We are also Berliners

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Fifty years ago, soldiers began to coil barbed wire and light fencing along a nearly 100 miles long border. Eventually, the barbed wire would be replaced with concrete divides up to 11 feet tall, fortified fences and heavily armed watchtowers. The border would be closed for 28 years, separating countrymen, neighbors and family from one another. Almost 150 people would die trying to breach the wall –” to find a better life or just to visit a loved one.

Sound familiar? The wall, of course, is the infamous Berlin Wall between East and West Germany, erected by the German Democratic Republic, ostensibly as an “anti-fascist” protection measure against West German domination. It took almost two decades for the wall to be torn down, for east and west Berlin to be reunited and for the wounds to begin to heal. Looking back, there is no doubt Germans who lived through World War II and who experienced the division of their country understand what it means to be separated by force, to not see a relative for years or be unable to reach places in your own country that were previously minutes away.

Fortunately for Germans, that period of their past is over. With much fanfare, the wall was torn down in 1989 and the two sectors of Berlin were united. But while the wall in Berlin was being torn down, the plan for another wall was being conceived, a scheme hatched in Israel’s highest echelons of power. Less than a decade after Berlin’s wall became history, Israel’s West Bank separation wall became a grim and ugly reality. This wall however, is hundreds of miles long, cuts off communities, families, farmland and livelihood for thousands of people and, by all standards, is Israel’s de facto border between itself and the Palestinians.

While it has not been 28 years since Israel began erecting its wall –”construction of the wall started in 2002 –” it does not look like it will come down any time soon. Not only because Israel has no intention of tearing down something it put so much effort into building, but because there are not enough voices calling for its destruction. Each year, people celebrate the wall’s demise and on this anniversary of its erection world leaders call for the memory of the wall to be a “reminder to stand up for freedom and democracy” so that atrocities such as these “never happen again.”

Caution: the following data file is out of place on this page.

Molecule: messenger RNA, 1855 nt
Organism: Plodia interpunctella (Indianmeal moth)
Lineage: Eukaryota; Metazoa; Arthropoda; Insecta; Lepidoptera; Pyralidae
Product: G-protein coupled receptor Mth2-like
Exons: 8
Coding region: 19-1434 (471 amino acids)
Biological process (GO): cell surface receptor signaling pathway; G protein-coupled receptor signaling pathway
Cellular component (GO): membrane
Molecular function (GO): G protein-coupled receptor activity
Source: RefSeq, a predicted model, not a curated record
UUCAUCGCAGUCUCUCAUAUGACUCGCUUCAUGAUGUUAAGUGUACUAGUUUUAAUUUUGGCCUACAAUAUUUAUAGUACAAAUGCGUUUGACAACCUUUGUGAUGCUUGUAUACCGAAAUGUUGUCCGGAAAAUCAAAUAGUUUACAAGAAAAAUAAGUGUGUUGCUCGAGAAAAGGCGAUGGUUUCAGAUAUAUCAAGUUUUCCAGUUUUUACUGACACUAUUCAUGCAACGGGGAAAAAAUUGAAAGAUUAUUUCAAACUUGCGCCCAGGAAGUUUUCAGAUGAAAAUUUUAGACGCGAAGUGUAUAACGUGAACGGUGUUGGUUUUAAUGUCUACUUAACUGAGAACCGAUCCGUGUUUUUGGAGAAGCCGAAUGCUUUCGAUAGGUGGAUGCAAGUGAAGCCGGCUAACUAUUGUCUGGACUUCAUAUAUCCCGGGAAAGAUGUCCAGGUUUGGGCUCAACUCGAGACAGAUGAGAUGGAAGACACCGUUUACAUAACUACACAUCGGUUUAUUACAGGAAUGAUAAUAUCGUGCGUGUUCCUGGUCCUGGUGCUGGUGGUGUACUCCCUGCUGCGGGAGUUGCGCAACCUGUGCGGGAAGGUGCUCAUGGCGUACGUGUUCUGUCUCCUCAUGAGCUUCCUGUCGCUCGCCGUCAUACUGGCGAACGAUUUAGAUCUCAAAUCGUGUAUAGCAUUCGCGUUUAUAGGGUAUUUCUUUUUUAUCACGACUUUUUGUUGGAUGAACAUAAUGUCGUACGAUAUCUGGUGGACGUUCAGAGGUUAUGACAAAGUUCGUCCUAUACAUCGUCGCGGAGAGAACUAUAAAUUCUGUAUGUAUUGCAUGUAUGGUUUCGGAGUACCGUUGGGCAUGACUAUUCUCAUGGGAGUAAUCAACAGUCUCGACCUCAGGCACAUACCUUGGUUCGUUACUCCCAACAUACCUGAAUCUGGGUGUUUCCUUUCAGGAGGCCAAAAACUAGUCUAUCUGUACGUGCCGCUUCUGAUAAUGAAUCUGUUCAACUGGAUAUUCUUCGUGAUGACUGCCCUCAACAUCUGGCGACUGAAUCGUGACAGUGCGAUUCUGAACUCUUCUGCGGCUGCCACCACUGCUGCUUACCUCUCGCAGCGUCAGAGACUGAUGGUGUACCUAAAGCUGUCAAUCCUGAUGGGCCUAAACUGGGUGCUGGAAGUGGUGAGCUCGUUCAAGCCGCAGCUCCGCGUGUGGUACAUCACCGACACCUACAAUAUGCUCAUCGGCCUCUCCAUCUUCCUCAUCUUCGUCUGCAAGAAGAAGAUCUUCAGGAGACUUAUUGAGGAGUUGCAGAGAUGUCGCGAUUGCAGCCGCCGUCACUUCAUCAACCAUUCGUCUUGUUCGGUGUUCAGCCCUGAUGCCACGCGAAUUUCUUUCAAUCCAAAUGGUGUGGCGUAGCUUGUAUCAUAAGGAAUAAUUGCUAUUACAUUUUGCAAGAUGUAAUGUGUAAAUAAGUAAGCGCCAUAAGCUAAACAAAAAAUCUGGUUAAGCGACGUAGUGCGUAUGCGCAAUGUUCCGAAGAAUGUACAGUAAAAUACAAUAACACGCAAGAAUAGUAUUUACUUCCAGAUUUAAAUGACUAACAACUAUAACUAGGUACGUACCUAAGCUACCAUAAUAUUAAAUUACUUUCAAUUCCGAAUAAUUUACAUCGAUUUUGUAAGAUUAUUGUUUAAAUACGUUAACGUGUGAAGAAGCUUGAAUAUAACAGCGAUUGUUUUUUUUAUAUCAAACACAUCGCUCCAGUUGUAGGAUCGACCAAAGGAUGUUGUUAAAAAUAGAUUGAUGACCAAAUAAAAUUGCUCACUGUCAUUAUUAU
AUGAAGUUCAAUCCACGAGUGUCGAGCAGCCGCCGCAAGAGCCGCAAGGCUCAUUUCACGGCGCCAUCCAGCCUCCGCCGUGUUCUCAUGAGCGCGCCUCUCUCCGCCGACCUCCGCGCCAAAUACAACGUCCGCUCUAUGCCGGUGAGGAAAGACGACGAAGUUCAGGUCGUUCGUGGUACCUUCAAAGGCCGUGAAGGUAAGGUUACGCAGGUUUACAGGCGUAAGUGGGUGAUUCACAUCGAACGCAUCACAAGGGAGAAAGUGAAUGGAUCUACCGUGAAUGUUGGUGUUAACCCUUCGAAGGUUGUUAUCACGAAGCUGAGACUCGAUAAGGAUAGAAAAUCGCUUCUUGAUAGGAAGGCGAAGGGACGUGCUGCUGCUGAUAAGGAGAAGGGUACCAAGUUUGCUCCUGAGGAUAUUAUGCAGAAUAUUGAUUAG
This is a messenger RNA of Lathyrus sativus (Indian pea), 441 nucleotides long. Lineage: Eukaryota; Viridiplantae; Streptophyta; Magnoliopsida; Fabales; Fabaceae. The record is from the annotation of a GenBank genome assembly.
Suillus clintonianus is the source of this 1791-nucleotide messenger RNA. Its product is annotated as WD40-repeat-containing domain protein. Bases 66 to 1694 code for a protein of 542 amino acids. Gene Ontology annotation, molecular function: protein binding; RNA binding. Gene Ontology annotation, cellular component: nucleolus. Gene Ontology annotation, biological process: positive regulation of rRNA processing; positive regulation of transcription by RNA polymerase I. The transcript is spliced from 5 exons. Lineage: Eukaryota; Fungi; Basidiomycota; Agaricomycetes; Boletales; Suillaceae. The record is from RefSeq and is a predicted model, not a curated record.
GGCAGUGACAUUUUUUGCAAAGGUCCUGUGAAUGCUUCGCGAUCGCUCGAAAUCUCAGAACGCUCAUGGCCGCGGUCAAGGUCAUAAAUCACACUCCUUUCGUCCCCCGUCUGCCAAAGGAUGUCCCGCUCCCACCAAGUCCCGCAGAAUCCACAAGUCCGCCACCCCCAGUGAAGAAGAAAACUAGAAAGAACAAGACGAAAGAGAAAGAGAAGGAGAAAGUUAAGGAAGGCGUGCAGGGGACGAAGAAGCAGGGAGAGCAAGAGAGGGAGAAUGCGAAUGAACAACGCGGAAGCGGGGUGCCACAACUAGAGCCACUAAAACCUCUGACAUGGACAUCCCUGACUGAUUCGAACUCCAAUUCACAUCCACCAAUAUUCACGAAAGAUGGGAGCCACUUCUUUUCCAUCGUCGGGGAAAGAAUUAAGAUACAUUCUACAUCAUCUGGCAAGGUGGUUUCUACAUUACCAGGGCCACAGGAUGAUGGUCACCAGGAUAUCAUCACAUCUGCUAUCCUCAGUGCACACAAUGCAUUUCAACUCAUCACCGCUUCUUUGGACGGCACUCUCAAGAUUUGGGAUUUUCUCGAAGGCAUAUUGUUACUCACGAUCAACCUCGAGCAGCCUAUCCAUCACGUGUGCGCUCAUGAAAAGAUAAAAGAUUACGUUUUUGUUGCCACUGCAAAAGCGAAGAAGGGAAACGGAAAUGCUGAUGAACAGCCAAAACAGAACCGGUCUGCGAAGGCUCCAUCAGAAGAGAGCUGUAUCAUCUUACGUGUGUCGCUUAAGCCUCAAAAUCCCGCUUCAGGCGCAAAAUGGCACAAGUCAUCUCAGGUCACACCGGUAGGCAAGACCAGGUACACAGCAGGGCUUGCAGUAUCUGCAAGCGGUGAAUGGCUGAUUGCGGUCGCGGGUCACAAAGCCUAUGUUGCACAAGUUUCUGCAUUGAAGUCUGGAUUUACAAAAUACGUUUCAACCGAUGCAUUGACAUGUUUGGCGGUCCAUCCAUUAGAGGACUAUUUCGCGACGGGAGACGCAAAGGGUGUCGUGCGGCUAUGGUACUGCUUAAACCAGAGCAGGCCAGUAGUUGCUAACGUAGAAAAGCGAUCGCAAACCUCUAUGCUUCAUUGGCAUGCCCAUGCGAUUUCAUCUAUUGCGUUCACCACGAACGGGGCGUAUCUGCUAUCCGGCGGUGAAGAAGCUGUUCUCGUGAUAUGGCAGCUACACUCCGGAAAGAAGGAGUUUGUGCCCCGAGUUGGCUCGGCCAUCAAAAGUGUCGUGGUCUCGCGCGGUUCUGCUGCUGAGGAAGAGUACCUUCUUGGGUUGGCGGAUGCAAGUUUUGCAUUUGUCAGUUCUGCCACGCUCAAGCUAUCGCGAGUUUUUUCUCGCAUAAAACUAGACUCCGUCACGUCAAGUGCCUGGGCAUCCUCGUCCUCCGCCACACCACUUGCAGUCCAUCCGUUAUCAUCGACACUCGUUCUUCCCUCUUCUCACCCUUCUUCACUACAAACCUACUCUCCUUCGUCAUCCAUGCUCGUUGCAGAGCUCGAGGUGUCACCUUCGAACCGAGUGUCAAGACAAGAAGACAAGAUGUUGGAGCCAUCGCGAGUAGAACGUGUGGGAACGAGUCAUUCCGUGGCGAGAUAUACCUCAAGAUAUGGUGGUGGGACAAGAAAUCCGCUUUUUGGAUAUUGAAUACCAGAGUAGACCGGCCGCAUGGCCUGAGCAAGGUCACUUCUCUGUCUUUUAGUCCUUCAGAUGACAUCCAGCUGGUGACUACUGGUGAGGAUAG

Are the Palestinians not considered citizens of the world? What about their freedom? It is not even a question of whether this will ever “happen again” but rather how to handle it “happening now.” The Palestinians have long called Israel out on the illegality of the wall, debunking Israel’s initial pretext for building it, which is keeping out potential suicide bombers. If this were true, the wall would not have cut deep into the West Bank for the purpose of protecting the Jewish settlements there but would have run along the Green Line, or the 1948 border.

Even the International Court of Justice agreed with the Palestinians in an advisory opinion given in July, 2004, deeming the sections of the wall built in the West Bank illegal and saying it should be dismantled.

This of course, did not happen. Israel has continued to build the wall with impunity. The concrete and barbed wire edifice has disrupted thousands of lives, cutting people off from their land and means of survival, from work places, schools, relatives and places of worship. The outcry against the wall has come mostly from grassroots groups around the world who work actively for justice and freedom for the Palestinians and for all people. It has not come actively from governments or from international bodies who purportedly stand for the values of justice and equality.

We Palestinians are happy that the Berlin wall came down and that people stand for freedom and democracy. We, unlike others, know what it is like to have a wall disrupt lives, keeping people separated and divided. We know how damaging it can be. But we also know that if those who call for freedom and democracy do not advocate these principles for all peoples, atrocities like the Berlin wall and the West Bank wall will continue to be erected and deny thousands of people the very things they claim to stand for.

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